A hard core respiratory virus, Enterovius 68, or HEV 68.
There has been a spike in hospital visits in several states. In fact, twelve states have contacted the CDC for assistance in investigating clusters of enterovirus: Alabama, Colorado, Michigan, Georgia, Ohio, Iowa, Illinois, Missouri, Kansas, Oklahoma, Kentucky and Utah. Four states have confirmed cases of the virus; Colorado, Illinois, Missouri and Iowa
It’s been all over the media outlets in the last couple of days, and more so online in the special needs forums. Parents are worried. People who are immunocompromised get hit the hardest and the longest. Caregivers have to be in tune to what’s going on with our family members, things can turn so quickly.
As we kick off school season and often a pretty sick time for the immunocompromised I put together this list of things to do to not spread germs! Many are likely a review, but a reminder never hurt.
1. Wash your hands. Do it frequently! When you don’t have water available use hand sanitizer. I keep some in the door of my car for when I get in and out of the car. When kids get in from school I encourage them to use it.
2. No more handshakes and high fives! Encourage your kids to fist bump instead. It’s fun and according to another mom, it will up their cool factor. One special needs mom even stated her own campaign to make elbow bumping a thing. Whatever you have to do!
3. Avoid touching your face. While germs may land in your nose, eyes and mouth from someone sneezing or coughing, it’s more likely for you to touch a surface with the germ on it and then touch your face. Use your shirt or a tissue to scratch your face if you have an itch.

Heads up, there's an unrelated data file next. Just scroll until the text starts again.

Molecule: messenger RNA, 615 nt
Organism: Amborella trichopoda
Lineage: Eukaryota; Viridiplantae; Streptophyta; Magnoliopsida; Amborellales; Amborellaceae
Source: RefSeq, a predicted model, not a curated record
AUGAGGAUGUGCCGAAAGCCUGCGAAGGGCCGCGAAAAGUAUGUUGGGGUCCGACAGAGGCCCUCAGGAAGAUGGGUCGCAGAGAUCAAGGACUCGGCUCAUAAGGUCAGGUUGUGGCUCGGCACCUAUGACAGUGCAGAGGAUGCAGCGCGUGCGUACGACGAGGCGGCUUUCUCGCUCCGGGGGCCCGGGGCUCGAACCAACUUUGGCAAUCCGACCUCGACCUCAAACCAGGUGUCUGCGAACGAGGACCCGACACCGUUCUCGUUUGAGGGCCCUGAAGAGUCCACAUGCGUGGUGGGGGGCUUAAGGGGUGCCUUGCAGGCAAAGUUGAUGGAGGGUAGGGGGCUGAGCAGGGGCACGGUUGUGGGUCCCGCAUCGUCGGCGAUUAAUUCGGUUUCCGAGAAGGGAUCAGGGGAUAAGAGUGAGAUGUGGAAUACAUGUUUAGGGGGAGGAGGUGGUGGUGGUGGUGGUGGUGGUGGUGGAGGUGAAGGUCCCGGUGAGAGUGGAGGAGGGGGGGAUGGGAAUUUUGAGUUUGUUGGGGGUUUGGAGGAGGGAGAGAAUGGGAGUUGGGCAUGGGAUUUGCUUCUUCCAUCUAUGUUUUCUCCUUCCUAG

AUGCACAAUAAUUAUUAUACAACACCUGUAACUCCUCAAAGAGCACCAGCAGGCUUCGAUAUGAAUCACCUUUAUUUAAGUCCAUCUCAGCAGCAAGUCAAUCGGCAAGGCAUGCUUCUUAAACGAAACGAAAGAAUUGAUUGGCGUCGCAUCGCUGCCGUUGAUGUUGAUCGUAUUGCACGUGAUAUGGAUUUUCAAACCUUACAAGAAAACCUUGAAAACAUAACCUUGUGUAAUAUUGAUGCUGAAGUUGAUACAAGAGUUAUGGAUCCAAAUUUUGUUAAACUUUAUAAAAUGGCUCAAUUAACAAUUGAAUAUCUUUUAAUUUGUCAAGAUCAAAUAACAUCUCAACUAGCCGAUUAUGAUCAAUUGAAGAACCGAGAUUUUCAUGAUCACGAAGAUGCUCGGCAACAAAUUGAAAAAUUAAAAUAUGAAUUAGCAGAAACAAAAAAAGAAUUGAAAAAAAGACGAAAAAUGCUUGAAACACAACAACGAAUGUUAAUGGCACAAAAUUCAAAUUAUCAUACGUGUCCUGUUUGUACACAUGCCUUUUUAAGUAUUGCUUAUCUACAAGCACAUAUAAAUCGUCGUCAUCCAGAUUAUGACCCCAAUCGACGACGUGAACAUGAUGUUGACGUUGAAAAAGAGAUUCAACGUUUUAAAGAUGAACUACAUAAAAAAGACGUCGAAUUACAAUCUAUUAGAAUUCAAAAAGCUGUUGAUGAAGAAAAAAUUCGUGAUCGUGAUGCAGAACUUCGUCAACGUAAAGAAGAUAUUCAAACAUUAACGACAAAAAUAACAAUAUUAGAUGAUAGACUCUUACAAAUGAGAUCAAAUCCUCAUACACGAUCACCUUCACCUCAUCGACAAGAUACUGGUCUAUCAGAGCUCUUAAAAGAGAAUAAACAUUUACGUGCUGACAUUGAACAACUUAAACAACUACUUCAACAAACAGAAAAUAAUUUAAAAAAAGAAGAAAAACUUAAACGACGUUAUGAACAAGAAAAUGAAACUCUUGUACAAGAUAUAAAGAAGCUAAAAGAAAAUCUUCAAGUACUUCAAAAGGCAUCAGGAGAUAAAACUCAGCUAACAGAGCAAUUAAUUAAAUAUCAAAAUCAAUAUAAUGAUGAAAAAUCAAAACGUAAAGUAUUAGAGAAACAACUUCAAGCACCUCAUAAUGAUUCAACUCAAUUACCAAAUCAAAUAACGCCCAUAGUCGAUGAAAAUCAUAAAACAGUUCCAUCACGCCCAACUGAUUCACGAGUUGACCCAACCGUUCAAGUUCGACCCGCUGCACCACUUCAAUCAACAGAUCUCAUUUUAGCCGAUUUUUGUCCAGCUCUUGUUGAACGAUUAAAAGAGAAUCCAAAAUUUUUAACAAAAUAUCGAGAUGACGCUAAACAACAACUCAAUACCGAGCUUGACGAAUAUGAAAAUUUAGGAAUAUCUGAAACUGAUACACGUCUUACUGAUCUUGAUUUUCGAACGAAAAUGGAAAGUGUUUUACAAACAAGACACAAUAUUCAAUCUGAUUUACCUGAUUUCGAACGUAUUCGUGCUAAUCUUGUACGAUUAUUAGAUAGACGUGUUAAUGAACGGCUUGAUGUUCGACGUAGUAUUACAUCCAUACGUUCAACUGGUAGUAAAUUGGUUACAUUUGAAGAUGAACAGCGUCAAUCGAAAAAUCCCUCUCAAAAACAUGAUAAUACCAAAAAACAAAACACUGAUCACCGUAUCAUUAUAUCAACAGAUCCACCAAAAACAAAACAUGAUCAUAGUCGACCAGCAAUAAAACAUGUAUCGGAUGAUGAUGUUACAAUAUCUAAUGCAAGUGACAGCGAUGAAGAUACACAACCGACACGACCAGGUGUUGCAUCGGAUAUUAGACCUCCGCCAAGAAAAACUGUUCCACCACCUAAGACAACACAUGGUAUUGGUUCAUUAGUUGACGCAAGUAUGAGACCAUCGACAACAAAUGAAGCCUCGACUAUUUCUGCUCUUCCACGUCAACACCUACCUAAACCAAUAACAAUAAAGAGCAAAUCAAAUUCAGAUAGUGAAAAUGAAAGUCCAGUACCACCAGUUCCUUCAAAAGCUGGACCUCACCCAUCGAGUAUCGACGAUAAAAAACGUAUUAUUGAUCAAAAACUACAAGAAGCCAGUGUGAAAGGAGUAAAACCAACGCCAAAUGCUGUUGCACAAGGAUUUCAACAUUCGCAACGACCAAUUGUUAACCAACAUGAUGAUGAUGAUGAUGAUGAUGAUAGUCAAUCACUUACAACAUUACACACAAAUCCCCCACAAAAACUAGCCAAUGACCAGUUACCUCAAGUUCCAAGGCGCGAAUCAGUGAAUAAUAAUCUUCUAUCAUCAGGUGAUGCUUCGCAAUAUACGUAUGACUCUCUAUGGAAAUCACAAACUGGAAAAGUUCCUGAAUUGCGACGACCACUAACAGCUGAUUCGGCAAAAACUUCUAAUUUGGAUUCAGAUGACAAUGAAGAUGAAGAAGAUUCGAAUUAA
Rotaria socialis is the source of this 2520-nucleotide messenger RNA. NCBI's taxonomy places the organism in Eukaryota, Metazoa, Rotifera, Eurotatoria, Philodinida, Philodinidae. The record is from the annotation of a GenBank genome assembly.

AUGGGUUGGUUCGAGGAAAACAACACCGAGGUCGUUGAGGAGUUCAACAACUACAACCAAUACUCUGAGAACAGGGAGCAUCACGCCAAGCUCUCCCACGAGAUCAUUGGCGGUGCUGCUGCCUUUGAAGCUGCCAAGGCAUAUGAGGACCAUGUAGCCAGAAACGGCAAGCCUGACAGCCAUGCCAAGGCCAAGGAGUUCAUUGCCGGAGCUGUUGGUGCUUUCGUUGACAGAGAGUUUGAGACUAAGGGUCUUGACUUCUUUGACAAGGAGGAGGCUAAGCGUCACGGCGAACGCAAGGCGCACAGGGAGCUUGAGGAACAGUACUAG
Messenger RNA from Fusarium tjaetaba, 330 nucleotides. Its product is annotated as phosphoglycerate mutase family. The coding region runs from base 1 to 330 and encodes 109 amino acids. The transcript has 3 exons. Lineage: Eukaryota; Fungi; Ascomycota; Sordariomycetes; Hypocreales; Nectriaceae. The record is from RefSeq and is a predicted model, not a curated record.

4. Cover your coughs. From an early age we have tried to teach our children to cough into their elbows. They are kids and they don’t always remember, but once you get on a kick they happily (kind of) like to remind each other. Covering your nose and mouth with a tissue is a better idea but… Let’s be realistic. We will settle for an elbow!
5. Disinfecting wipes. I have a special place in my heart for these! I cannot believe the number of people that don’t use them on their shopping carts, especially now that many stores provide them! Wipe down the handle of the cart, around the edges, the child seat and buckle. Wipes are also great in the home for doorknobs, light switches and remote controls.
I am pretty sure that if I didn’t have a special needs child I would err I the side of “exposing children to come germs builds immunity”. (How many times have you been told this when pulling out the disinfectant spray?) However, last year, Dylan missed over a week of school for a cold that had my other children slightly bothered for only a short weekend. Last year I took her to the hospital to get suctioned a couple times for what I thought was RSV but turned out to be the Rhinovirus, a virus related to this bad bug that’s going around.
People with children that have respiratory diseases can’t afford to see how germs “might build immunity”.
I hope this helps, stay healthy people!
Image courtesy of Sura Nualpradid at FreeDigitalPhotos.net